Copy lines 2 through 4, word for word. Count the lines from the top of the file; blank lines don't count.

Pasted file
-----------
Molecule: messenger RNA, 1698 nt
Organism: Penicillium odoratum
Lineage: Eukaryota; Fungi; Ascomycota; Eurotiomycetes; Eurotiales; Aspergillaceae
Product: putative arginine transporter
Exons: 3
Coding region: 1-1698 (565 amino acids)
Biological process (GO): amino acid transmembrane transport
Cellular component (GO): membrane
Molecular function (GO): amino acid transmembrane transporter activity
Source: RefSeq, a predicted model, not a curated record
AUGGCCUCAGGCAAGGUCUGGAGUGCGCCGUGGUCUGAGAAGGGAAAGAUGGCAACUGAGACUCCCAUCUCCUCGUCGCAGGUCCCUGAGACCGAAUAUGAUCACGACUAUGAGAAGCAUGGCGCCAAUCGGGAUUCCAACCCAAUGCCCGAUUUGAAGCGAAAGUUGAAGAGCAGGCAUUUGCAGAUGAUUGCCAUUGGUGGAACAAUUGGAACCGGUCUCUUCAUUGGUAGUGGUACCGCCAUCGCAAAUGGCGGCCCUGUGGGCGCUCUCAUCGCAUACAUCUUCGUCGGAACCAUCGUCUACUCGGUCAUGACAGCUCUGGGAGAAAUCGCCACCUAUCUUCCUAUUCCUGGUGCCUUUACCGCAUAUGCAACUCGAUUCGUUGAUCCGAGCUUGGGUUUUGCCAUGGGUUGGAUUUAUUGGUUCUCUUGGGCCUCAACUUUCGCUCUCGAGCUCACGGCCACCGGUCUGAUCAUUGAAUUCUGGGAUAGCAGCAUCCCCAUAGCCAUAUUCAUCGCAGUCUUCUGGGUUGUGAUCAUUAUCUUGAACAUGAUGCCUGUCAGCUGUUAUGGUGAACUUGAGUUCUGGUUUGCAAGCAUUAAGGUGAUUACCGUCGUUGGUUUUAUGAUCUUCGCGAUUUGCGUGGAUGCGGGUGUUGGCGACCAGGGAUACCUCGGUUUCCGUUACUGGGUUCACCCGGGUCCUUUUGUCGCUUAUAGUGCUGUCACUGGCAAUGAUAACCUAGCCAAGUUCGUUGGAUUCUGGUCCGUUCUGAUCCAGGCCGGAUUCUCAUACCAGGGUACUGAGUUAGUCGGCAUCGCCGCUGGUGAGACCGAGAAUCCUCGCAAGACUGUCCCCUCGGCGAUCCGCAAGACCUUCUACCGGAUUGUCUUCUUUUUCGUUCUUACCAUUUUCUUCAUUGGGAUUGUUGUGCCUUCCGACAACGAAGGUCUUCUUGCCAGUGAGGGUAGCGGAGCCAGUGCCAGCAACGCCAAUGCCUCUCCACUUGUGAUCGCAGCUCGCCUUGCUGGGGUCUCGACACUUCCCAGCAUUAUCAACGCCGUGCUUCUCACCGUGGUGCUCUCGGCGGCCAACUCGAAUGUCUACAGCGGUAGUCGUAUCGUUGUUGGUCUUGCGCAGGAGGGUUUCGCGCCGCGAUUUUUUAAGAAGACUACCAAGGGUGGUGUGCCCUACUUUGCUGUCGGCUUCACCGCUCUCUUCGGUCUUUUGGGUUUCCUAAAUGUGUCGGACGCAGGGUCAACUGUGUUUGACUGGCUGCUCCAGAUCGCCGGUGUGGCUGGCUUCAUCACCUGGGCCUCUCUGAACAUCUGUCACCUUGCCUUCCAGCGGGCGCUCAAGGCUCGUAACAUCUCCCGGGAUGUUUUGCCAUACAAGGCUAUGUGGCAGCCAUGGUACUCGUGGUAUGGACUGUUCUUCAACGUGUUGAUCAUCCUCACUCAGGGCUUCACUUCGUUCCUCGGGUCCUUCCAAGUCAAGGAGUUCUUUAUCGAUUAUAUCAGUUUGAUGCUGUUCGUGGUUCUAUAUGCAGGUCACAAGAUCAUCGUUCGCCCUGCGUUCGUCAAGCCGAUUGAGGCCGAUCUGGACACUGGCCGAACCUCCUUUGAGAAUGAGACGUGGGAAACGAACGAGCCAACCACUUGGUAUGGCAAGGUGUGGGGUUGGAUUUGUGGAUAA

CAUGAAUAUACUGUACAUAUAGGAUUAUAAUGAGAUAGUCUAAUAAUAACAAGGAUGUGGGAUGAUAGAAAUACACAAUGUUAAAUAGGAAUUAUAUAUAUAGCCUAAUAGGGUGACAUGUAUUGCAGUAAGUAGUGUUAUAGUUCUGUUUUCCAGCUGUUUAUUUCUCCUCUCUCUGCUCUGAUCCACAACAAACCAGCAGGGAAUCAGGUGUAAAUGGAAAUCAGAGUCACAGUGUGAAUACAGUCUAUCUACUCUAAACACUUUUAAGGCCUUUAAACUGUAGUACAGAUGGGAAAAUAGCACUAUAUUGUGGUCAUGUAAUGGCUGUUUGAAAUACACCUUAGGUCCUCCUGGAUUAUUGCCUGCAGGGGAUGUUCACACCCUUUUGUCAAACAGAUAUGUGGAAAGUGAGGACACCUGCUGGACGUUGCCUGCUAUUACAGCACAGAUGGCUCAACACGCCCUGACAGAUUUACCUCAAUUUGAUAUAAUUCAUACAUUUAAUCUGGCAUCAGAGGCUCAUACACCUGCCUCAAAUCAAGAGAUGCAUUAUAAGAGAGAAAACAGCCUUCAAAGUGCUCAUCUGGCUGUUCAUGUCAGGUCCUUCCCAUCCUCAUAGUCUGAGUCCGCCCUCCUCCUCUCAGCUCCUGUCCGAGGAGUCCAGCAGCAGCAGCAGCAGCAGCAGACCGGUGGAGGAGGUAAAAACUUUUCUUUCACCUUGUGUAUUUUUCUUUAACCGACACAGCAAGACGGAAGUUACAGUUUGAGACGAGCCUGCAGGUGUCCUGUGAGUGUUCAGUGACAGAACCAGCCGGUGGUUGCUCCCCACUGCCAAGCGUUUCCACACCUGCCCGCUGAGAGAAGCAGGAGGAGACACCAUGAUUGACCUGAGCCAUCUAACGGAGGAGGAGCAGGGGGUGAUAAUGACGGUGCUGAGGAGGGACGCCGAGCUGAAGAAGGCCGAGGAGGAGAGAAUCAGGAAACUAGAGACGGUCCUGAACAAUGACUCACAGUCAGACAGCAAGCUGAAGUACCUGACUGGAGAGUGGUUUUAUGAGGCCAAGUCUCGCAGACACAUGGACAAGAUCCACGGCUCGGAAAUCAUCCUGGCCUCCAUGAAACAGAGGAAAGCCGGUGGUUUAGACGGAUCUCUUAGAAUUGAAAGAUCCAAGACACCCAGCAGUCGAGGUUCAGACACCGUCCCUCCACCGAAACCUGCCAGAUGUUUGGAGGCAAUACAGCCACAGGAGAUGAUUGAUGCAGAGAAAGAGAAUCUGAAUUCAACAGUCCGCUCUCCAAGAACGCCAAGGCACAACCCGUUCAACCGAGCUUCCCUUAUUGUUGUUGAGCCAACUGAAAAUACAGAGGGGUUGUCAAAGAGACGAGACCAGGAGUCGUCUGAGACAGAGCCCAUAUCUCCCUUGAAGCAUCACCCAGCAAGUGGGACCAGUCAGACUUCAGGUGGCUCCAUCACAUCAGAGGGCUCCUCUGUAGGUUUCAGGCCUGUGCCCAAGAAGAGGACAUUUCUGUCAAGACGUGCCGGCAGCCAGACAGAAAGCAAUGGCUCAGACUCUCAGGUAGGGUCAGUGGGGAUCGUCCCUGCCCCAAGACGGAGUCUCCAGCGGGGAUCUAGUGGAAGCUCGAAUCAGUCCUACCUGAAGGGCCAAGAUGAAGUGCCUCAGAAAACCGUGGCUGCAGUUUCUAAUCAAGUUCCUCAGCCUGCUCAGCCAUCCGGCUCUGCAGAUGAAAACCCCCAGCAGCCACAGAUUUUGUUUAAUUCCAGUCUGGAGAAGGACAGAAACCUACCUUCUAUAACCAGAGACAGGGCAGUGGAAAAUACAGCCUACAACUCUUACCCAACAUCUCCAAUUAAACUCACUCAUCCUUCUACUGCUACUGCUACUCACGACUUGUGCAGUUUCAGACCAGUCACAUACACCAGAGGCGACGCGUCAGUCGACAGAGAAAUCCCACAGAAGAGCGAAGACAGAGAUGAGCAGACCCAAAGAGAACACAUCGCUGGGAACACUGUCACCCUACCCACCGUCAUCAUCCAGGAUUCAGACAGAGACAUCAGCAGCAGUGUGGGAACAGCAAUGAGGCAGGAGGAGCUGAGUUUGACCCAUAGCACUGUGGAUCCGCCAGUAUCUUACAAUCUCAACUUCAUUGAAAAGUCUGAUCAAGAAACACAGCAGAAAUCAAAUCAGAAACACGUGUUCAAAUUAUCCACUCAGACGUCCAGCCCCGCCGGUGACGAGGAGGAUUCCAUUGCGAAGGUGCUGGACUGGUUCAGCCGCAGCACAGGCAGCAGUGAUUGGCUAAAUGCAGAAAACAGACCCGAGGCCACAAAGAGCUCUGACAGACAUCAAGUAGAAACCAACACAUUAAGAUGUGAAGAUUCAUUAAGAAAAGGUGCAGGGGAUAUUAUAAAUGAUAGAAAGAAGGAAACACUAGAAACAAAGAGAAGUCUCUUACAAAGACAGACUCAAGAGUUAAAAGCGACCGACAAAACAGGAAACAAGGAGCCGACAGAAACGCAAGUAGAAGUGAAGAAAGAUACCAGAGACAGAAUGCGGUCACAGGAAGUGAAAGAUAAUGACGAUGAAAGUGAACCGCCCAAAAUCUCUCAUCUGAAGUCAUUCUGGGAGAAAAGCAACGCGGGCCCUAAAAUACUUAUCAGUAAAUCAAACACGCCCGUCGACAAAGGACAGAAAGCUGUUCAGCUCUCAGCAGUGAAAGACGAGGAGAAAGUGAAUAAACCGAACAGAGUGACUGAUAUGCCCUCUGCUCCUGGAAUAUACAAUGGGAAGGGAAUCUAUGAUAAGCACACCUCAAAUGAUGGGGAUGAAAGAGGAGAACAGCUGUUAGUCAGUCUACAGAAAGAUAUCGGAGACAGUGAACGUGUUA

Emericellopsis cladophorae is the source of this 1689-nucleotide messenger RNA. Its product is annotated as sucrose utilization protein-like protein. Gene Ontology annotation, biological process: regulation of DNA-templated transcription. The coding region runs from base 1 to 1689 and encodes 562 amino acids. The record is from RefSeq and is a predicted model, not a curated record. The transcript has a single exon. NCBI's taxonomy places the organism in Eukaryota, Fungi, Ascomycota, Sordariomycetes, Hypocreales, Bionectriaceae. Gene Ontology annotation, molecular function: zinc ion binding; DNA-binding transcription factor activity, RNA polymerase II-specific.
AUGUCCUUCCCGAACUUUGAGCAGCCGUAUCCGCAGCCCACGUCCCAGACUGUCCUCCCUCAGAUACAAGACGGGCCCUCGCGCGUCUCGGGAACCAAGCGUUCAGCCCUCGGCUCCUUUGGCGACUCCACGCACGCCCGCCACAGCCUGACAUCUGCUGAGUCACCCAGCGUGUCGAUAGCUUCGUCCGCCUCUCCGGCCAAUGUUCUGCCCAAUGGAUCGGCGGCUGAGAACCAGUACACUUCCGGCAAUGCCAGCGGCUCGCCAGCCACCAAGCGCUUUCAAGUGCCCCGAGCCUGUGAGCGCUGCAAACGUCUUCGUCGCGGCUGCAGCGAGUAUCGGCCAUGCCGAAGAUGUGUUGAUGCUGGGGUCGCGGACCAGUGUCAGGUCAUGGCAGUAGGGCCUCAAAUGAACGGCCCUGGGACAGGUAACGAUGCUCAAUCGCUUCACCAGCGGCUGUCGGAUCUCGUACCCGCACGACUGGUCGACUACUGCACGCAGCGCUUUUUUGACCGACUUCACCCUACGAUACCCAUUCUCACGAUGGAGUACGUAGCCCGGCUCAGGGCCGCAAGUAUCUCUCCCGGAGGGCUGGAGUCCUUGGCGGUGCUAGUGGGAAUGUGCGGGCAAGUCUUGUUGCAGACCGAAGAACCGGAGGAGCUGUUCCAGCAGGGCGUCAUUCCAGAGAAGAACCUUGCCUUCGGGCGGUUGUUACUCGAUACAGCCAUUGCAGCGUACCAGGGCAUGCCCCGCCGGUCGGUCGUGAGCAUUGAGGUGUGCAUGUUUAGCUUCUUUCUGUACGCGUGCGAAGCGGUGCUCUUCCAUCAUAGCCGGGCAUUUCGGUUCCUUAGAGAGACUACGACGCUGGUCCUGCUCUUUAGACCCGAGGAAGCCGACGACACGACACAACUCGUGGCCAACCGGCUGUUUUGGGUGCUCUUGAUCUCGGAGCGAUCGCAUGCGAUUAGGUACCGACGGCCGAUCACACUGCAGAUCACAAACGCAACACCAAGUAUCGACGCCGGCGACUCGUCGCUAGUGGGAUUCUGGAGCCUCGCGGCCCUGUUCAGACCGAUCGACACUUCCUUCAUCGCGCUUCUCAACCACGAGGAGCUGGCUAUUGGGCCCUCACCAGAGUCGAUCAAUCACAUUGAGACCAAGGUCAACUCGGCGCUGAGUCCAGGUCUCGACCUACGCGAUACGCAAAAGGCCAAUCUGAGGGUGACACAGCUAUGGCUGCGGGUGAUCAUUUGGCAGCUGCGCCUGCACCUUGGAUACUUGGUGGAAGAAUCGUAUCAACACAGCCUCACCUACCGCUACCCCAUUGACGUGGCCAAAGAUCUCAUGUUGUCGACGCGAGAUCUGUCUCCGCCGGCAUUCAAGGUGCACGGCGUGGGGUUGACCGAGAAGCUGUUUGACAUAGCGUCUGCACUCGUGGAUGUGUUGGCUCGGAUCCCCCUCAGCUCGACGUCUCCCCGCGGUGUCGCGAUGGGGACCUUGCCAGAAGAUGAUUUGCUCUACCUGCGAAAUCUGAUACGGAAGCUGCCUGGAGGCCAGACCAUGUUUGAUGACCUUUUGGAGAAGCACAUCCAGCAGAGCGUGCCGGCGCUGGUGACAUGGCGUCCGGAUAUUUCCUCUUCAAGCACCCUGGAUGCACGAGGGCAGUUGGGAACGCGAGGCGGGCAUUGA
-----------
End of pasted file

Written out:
Organism: Penicillium odoratum
Lineage: Eukaryota; Fungi; Ascomycota; Eurotiomycetes; Eurotiales; Aspergillaceae
Product: putative arginine transporter